I like to cook new things. I even like to cook, and try, new things on holidays. My dear wife does not. My dear wife likes traditional home-cooked holiday meals. My dear wife has still not forgiven me for our first Thanksgiving together 14 years ago, when we ate at the Jonathan Club because that's where my grandparents wanted to throw a dinner. (The fact that she was relentlessly interrogated by my female relatives may have something to do with it.) If an item of food is not visible in Freedom From Want, my dear wife wants no part of it.
I'm past my free will issues now and at peace with this. So I was somewhat surprised when my dear wife, inspired by an article in the Los Angeles Times, asked me to dry-brine the turkey this year.
I did it last night, using a mixture of kosher salt, diced fresh rosemary, and lemon zest. You clean the bird carefully first, dry it, then rub it vigorously with a generous sprinkling of this mixture.
Now, I really like salt. It's amazing that my blood pressure doesn't have more digits. But this seems like an awful lot of salt even to me. The experts swear that he salt will draw out all the juices and flavors without making the bird taste like the bottom of a pretzel bag. We'll see. If it doesn't work out, I will know who to blame.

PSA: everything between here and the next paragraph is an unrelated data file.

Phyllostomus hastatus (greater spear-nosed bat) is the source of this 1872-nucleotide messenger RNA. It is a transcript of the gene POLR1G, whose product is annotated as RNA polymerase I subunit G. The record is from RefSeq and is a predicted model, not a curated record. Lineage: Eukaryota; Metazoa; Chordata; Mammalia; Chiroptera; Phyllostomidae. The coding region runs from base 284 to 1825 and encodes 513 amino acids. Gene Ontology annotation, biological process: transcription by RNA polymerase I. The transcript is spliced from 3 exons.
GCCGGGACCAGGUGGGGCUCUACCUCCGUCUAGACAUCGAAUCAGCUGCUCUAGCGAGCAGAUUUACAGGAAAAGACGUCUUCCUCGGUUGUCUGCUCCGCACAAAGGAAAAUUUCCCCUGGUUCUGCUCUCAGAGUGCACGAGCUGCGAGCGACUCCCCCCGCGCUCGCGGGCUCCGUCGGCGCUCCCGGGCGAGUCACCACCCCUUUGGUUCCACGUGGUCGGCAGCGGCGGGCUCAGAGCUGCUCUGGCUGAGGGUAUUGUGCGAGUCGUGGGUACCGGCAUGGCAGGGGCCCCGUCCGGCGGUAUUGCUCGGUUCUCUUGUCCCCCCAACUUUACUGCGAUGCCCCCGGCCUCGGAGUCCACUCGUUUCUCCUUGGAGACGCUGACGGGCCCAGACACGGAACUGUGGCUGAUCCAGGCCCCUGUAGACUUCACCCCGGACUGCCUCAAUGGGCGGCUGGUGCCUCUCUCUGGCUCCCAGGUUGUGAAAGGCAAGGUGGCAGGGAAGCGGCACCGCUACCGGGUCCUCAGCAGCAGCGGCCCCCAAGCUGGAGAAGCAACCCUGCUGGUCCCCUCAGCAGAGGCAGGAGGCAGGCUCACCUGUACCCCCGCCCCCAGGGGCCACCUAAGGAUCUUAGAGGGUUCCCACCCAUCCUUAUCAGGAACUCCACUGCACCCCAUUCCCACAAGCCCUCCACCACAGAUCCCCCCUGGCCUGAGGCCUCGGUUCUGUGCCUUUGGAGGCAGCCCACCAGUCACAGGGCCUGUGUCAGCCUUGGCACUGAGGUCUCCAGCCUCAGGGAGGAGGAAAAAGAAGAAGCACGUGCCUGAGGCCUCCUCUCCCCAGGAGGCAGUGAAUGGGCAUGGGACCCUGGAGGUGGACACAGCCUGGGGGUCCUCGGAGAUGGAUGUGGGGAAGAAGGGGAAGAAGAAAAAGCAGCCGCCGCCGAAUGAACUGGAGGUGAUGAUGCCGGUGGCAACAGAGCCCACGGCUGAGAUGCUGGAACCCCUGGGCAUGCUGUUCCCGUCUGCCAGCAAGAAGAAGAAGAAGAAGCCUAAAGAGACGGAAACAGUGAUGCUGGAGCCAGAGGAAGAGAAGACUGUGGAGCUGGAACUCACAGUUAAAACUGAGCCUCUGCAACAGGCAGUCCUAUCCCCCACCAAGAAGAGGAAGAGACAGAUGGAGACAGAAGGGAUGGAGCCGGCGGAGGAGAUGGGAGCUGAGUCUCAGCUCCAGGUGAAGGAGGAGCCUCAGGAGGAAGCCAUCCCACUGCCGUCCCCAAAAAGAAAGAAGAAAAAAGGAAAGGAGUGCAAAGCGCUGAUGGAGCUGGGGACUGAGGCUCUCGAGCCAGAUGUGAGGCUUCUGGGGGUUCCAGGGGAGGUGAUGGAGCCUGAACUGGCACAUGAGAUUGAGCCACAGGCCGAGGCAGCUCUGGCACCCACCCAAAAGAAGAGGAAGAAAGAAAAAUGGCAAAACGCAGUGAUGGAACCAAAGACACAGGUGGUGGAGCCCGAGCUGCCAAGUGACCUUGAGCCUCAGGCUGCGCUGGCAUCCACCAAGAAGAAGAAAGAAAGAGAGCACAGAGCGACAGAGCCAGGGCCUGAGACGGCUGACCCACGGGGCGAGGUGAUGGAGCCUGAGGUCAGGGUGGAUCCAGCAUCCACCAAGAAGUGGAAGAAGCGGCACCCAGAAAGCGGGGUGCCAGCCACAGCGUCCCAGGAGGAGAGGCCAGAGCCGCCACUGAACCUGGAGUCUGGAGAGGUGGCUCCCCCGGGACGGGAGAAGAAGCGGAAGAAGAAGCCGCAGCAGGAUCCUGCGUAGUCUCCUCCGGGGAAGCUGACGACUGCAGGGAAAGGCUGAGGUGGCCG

Otherwise, I'm making it simpler this year. I'm passing up my mother's yam casserole, and therefore recovering roughly two months of our lives that would be spent by consuming that dish of butter and sugar. I'm going with my favorite stuffing (mushroom and carmelized onion stuffing from the Williams-Sonoma cookbook), a cheddar and chive mashed potato casserole, homemade cranberry sauce, and an cider gravy. Someone else is doing green vegetables and desert. Only 13 people. It will be practically relaxing.